Japan is slacking in the transition to renewables like wind and solar energy compared to the developed nations. The government has decided to implement other regulations to activate the transition to renewables, including widening of the offshore renewable energy projects and amending the bills on the plugging into a power transmission system.
These strategies must be advocated aggressively so that the country can witness an accelerated transition to clean renewable energy. This move will facilitate the impartation onto the citizens of the government’s vision of attaining zero-emissions in the commitment to minimize global warming inducers. The vision of the Japanese government is to see the economy and systems running on renewable energy. But the targets articulated in the renewable energy plan is exceedingly low compared to the current percentages of the dirty energy that the renewables intend to wipe out because of the greenhouse gas emissions. Renewable energy production percentages in Japan in the previous years are below those of the developed European economies.
Japan has seen dynamic changes since the shutdown of nuclear power plants after the Tokyo Electric Power Company Holding’s Fukushima power plant experiencing tragedy. One of the changes is that the thermal power plants regained popularity as they replaced these nuclear power stations to generate 30% of the country’s electricity. Thermal energy is primarily from coal and has been growing its market share since the tragedy occurred.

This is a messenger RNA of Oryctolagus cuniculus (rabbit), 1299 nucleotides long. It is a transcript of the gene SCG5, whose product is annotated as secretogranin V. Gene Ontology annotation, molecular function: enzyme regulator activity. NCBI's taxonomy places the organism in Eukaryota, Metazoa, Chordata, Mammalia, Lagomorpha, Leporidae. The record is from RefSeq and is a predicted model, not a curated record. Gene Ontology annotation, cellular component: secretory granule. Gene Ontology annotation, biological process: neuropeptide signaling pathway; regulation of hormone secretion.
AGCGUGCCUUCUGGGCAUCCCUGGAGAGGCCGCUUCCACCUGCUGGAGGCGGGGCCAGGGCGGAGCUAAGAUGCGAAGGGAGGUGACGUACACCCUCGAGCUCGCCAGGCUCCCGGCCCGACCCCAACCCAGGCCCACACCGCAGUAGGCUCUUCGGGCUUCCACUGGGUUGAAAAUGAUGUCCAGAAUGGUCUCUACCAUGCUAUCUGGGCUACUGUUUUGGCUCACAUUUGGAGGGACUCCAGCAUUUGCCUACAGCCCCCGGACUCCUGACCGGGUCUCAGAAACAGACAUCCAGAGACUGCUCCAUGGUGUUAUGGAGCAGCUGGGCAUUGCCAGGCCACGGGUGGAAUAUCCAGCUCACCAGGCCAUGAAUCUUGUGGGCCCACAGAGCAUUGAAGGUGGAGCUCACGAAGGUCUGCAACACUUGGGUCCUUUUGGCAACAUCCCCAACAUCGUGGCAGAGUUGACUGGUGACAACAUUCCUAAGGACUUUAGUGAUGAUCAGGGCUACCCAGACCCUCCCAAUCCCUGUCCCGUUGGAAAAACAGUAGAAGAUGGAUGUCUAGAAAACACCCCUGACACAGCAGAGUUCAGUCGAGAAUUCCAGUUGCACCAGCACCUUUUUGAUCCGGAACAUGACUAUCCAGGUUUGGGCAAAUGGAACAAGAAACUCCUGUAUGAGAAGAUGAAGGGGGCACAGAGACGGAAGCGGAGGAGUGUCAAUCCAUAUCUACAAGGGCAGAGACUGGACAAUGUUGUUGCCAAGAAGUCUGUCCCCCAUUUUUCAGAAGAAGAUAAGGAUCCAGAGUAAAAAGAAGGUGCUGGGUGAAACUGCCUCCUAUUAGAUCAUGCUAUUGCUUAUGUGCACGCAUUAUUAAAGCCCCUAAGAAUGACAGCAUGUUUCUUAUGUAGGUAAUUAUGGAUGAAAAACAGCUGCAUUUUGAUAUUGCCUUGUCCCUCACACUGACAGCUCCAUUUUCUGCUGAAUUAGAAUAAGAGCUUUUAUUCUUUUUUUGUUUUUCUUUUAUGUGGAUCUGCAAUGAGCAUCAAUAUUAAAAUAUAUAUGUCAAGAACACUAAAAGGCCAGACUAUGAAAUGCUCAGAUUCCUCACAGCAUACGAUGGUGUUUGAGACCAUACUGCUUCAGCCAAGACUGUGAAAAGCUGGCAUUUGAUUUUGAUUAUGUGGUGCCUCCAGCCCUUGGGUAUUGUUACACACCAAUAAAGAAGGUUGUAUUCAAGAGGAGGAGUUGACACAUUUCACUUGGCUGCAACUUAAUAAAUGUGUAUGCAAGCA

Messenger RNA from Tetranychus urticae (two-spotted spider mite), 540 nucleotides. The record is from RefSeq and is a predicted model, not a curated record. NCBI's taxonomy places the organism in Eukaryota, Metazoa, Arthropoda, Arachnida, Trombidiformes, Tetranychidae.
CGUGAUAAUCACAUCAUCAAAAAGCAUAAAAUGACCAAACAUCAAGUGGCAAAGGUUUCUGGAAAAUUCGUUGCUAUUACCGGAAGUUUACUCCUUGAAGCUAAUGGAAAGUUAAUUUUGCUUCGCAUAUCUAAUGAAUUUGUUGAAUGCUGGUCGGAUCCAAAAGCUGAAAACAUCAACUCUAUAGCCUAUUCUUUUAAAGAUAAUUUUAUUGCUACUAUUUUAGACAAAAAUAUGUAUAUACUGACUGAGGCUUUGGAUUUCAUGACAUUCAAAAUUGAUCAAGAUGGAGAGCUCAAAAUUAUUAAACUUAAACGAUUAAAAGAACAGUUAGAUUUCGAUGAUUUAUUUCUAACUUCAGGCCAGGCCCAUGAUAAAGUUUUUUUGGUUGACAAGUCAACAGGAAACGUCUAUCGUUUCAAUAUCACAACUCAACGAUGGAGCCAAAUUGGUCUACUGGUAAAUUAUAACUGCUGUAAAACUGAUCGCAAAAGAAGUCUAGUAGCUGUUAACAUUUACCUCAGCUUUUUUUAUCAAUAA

Currently, Japan is under a lot of international pressure due to its overusing coal to run the power grids amidst efforts to minimize carbon emissions worldwide. The country replied to the critics that it plans to replace the unreliable coal-powered energy plants with renewable energy plants.
Nevertheless, even with the phase-out of Japan’s unreliable coal-fired power plants, the change would still be negligible since other vital power plants are again run on coal. It will take time before the new renewable energy projects reach the energy supply capacity that the reliable coal-fired power stations are supplying.
Japan is dependent on nuclear power plants to counter the permanent shutdown of its thermal power plants, which emit greenhouse gases. However, the challenge is the slow resumption of operations for its nuclear power plants since they last shutdown making the transition to clean energy a gradual process in the country. Additionally, safety regulations and the high cost of operating these plants will impede their resumption of operations.
To sum up, the way out for Japan is to expand the operations in its renewable energy facilities and projects until they challenge the thermal energy power plants before phasing out the latter. Japan can also focus on technological mechanisms to minimize emissions from the coal-fired plants while working on the renewables.